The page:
If gossip reaches you of your significant other having a Wild night at Theatre on the Bay you have every right to be furious. It means they went to see Robert Fridjhon’s new one man show without you, and very few relationships can survive a betrayal like that.
Wild is a mashup of How I Met Your Mother, Defending the Caveman and The Lion King condensed to 80 minutes and directed by Alan Committee. The narrative bounces back and forth punctuated by a phrase the audience grows to know very well, “Let me start again”.
Through many stop/starts the crazy tale, the kind one usually only hears at 2am in a bar, starts to unfold. Fridjhon is an Animal. He is also a self-confessed asshole and completely trashed in a strip club on a Friday afternoon. He has to save his relationship with Safe Suburban Nicky over dinner that evening, but first he has to be the Animal at the staff party at a strip club, have an intimate altercation with a stuffed lioness trophy and gain a new perspective on his life.
Fridjhon methodically paints the set with words, sculpting a dingy strip club into a complete lion enclosure from thin air. The audience leans forward as Ruby the lion stalks him through the long grass. They feel the compressed air on their skins as his little Scottish mother deflates the pool.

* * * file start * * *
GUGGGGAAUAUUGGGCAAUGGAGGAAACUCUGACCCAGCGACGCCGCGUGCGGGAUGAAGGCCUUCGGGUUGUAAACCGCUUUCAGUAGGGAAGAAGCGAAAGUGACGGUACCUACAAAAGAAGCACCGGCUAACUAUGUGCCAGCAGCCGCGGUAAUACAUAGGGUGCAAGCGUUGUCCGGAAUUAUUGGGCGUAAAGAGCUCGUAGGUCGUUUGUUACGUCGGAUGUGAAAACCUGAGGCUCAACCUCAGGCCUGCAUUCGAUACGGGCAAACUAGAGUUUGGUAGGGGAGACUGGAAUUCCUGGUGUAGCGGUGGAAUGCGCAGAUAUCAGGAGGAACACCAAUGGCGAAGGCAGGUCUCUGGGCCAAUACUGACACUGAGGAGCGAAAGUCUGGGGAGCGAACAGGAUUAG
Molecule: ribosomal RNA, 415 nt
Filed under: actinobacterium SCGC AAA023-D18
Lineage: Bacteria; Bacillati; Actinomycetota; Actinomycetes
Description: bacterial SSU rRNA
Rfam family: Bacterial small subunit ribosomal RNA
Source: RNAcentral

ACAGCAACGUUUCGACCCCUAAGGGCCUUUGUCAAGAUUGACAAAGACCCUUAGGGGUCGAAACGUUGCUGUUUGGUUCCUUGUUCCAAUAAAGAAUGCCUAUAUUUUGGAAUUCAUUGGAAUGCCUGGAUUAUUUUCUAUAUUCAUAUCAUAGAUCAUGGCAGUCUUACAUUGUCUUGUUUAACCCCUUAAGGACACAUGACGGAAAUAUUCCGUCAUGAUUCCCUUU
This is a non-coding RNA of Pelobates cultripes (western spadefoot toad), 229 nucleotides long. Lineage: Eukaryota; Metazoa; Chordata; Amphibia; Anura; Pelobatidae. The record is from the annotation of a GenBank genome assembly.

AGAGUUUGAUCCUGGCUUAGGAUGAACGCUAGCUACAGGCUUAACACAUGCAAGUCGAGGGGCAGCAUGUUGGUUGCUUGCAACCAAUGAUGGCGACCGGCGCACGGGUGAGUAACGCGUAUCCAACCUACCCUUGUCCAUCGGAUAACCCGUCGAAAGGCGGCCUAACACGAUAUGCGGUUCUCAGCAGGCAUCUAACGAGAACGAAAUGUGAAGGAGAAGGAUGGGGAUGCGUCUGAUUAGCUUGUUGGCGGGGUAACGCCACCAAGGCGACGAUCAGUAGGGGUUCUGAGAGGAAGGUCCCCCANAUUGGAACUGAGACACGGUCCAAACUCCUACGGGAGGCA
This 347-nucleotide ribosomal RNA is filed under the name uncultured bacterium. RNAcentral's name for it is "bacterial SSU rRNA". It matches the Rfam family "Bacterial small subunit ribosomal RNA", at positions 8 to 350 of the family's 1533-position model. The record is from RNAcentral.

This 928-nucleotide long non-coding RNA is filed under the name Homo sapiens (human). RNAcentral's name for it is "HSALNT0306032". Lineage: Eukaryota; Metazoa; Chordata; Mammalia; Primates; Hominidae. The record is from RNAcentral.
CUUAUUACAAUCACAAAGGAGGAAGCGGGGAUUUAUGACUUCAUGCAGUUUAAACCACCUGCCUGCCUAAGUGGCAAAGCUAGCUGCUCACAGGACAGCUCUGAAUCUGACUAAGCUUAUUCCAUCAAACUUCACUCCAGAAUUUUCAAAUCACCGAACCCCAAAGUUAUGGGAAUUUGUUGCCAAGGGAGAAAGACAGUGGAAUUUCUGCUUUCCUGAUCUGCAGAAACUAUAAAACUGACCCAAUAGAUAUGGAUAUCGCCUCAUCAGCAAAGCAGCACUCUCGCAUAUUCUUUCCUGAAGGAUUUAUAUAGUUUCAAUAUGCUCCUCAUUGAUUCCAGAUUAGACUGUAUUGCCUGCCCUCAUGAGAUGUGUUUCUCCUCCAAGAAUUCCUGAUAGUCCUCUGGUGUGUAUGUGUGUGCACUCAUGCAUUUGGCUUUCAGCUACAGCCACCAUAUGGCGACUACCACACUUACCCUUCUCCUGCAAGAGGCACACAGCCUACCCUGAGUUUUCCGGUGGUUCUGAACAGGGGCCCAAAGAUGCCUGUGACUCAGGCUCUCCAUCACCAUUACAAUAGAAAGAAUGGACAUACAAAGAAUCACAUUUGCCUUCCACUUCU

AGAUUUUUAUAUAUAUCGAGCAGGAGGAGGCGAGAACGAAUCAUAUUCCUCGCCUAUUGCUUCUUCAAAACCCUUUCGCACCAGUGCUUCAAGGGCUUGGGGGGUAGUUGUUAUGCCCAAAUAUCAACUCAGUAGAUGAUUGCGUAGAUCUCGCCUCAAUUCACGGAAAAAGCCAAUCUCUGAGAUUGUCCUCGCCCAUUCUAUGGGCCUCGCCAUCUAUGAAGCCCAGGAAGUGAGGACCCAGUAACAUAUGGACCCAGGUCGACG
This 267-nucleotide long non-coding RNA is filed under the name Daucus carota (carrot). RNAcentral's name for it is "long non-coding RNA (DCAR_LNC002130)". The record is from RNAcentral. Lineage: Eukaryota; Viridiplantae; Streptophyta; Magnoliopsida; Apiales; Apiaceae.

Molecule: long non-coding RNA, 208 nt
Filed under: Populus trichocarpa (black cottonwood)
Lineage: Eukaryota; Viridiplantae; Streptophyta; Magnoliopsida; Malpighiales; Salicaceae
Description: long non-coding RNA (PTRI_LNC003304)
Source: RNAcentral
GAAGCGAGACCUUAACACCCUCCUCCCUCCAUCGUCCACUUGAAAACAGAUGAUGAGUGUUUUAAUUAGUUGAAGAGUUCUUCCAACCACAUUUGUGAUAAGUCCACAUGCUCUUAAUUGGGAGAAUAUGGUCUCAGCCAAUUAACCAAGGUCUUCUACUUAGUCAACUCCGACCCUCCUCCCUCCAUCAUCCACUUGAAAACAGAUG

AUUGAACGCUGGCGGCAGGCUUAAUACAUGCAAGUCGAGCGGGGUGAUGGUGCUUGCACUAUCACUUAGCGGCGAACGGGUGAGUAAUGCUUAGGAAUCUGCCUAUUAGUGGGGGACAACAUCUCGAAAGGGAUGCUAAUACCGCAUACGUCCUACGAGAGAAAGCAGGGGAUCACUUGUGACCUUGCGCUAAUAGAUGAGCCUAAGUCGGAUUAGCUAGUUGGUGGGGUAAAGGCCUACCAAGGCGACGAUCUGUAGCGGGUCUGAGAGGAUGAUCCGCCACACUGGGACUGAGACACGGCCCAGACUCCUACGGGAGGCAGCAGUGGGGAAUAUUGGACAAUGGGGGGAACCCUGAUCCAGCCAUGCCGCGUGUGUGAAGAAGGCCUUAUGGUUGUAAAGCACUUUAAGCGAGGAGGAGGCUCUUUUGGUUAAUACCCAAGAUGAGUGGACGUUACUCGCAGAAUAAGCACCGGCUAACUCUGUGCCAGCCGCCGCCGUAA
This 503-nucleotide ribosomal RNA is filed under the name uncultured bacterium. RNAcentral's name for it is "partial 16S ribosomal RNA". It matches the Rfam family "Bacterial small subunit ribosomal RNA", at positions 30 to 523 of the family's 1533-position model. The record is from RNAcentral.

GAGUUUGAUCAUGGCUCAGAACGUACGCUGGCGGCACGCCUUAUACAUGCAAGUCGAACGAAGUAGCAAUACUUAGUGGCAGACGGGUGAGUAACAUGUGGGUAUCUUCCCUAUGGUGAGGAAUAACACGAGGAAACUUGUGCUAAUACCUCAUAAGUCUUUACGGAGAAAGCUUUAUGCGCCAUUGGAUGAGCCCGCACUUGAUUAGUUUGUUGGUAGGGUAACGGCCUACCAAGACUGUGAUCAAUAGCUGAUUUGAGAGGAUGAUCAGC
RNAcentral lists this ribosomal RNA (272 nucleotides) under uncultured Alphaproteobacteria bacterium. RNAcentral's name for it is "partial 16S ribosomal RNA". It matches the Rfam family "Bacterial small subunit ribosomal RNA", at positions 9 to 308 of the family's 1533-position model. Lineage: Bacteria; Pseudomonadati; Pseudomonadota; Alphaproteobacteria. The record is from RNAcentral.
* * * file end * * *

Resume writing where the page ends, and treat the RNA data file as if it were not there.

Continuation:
A minor but spectacular case of “theatre inception” occurs with throwbacks to Defending the Caveman, a role director Alan Committee has reprised for many seasons on the very same stage.
At the core of any good wild story is the element of truth, that hint of reality that makes the impossible seem plausible. Wild is based on Fridjhon’s experience of working at an animal sanctuary, and his genuine love wildlife is evident in all his elaborate anthropomorphic animal characterisations, all of which add depth to an already strong performance.
With Wild, Robert Fridjohn introduces a playfully intelligent brand of humour to the stage. It truly delivers on its tagline, “It’s a comedy that will sink its teeth into you.”
Wild runs at Theatre on the Bay until 31 January 2015. Ten percent of Robert Fridjohn’s earnings from the play will be donated to the Drakenstein Lion Sanctuary in Paarl.